For diseases like black spot and powdery mildew, consider whether your plant is positioned so that it’s getting proper air circulation. You’ll be battling disease constantly if plants are too crowded, creating an environment that holds moisture, allowing disease to thrive. Precautionary measures can be taken to prevent this, such as avoiding watering at night or from above the plant. Hand watering or a gentle drip is best for healthy and disease-free plants.
If you’re still having disease issues, consider using an environmentally friendly product like neem oil or insecticidal soap.
Neem oil is created using an extract from the neem tree (Azadirachta indica), which is native to India. It is used to treat common plant diseases and control insects. Because it must be ingested by insects to be effective, it will not harm pollinators like bees, butterflies and ladybugs. In addition, neem oil is used to prevent diseases such as black spot, rust and powdery mildew.
It’s also biodegradable and, if used correctly, safe for animals, which makes it a good first choice for gardeners looking for a kinder, gentler way to maintain healthy plants.
Insecticidal soap is effective for treating aphids, scale, thrips, sawfly, spider mites, whiteflies and many more insects. It works on contact so it needs to be sprayed directly on the invaders. Residual spray on the leaf will have no impact.
Genetics also play a role in the disease resistance of plants. Filling your garden with re-blooming perennials such as daylilies and tall bearded iris provides a naturally disease-resistant solution to your gardening woes.

There’s no getting around it – weeding is a necessary evil

Weeding is probably the most unpopular strategy in my arsenal of garden maintenance tips and tricks, but there’s no avoiding it. Weeds compete with desirable plants in the garden by stealing valuable soil nutrients and moisture, so they have to go. To avoid the spread of more weeds, getting to them before they go to seed is crucial.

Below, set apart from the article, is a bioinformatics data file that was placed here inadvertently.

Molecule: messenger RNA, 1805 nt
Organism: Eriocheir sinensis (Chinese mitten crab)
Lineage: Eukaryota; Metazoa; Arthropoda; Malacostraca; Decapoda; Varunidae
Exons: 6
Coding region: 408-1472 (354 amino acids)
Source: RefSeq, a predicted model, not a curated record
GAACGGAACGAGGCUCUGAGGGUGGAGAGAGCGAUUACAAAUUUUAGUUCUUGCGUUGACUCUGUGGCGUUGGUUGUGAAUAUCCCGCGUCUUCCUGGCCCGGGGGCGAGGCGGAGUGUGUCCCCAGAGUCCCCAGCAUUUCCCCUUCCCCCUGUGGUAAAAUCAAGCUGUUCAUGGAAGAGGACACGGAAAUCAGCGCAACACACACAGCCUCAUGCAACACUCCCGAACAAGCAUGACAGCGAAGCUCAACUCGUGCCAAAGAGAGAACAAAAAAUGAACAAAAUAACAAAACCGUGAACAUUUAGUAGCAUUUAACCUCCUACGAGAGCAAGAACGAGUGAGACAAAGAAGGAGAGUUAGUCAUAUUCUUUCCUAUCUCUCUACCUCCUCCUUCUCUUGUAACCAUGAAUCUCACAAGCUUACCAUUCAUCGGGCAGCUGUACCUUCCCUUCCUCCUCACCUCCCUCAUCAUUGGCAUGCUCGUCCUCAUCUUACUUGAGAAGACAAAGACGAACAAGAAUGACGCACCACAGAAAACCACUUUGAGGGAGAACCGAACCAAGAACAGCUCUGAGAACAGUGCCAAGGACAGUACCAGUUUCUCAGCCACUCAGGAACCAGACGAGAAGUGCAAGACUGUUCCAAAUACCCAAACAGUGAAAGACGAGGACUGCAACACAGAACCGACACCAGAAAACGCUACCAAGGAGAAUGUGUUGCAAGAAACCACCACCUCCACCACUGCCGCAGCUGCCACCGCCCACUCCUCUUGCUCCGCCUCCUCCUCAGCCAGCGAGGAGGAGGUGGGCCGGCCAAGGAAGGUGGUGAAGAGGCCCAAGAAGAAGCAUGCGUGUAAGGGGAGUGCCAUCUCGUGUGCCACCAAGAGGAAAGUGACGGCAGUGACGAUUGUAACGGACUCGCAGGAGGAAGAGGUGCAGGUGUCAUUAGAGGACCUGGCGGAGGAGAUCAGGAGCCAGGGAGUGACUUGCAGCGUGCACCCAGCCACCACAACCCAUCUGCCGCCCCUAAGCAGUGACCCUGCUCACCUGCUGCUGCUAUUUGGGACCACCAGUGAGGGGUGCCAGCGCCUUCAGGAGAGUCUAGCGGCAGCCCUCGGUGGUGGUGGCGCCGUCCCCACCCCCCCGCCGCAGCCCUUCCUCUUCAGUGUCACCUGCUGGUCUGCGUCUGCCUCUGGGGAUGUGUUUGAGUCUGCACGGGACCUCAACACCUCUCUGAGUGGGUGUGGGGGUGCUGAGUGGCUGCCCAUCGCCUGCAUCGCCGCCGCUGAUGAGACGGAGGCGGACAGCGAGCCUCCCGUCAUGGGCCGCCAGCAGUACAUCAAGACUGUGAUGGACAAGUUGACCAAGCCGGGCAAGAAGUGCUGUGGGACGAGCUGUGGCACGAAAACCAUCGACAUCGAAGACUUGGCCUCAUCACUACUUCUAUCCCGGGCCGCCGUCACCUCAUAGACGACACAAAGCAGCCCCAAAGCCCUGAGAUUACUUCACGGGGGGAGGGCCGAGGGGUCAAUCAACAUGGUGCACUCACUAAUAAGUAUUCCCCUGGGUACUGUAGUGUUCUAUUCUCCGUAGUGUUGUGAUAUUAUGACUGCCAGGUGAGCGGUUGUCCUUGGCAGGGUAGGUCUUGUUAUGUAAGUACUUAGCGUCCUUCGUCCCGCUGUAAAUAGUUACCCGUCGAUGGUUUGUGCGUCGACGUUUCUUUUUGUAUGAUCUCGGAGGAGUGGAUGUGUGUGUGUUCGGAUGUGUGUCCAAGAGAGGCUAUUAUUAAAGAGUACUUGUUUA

You can minimize this dreaded chore by using a good-quality mulch, like leaf compost, in your flower bed. Not only does mulch help retain moisture in the soil, it also helps smother existing weeds and prevent weed seeds from embedding in your soil.
This is a case where defense — in the form of mulch — is your best offense.
If you do find yourself having to pull up or hoe weeds, try to target those that are preparing to go to seed first and beat them to the punch.

When it’s 95 degrees and there’s no rain in sight, water

With much of my gardening done at the farm, I don’t have the luxury of an extensive watering system. So most of my perennial plants have had to learn to fend for themselves, which is not a bad way to approach gardening. Water is a valuable natural resource, and the less supplemental watering done the better.
But all gardens have experienced periods of extended drought with the temperature hovering around the 100-degree mark. That creates an environment that is not only tough on gardeners, but also on their plants. If you can, consider watering once a week with a deep soak (30-45 minutes) versus a little bit of water every day. Deep watering supports deeper, stronger plant roots, which in turn, require even less watering.
Soaker hoses are more efficient and waste less water than sprinklers, but there’s no substitute for a good downpour from Mother Nature.
I hope I’ve convinced you of the benefits for you and your garden of spending a little extra time on some plant maintenance and gardening chores. The summer perennial garden may not come with the same ease as the spring garden, but it can definitely produce the same pageantry and fanfare — with a little help from you.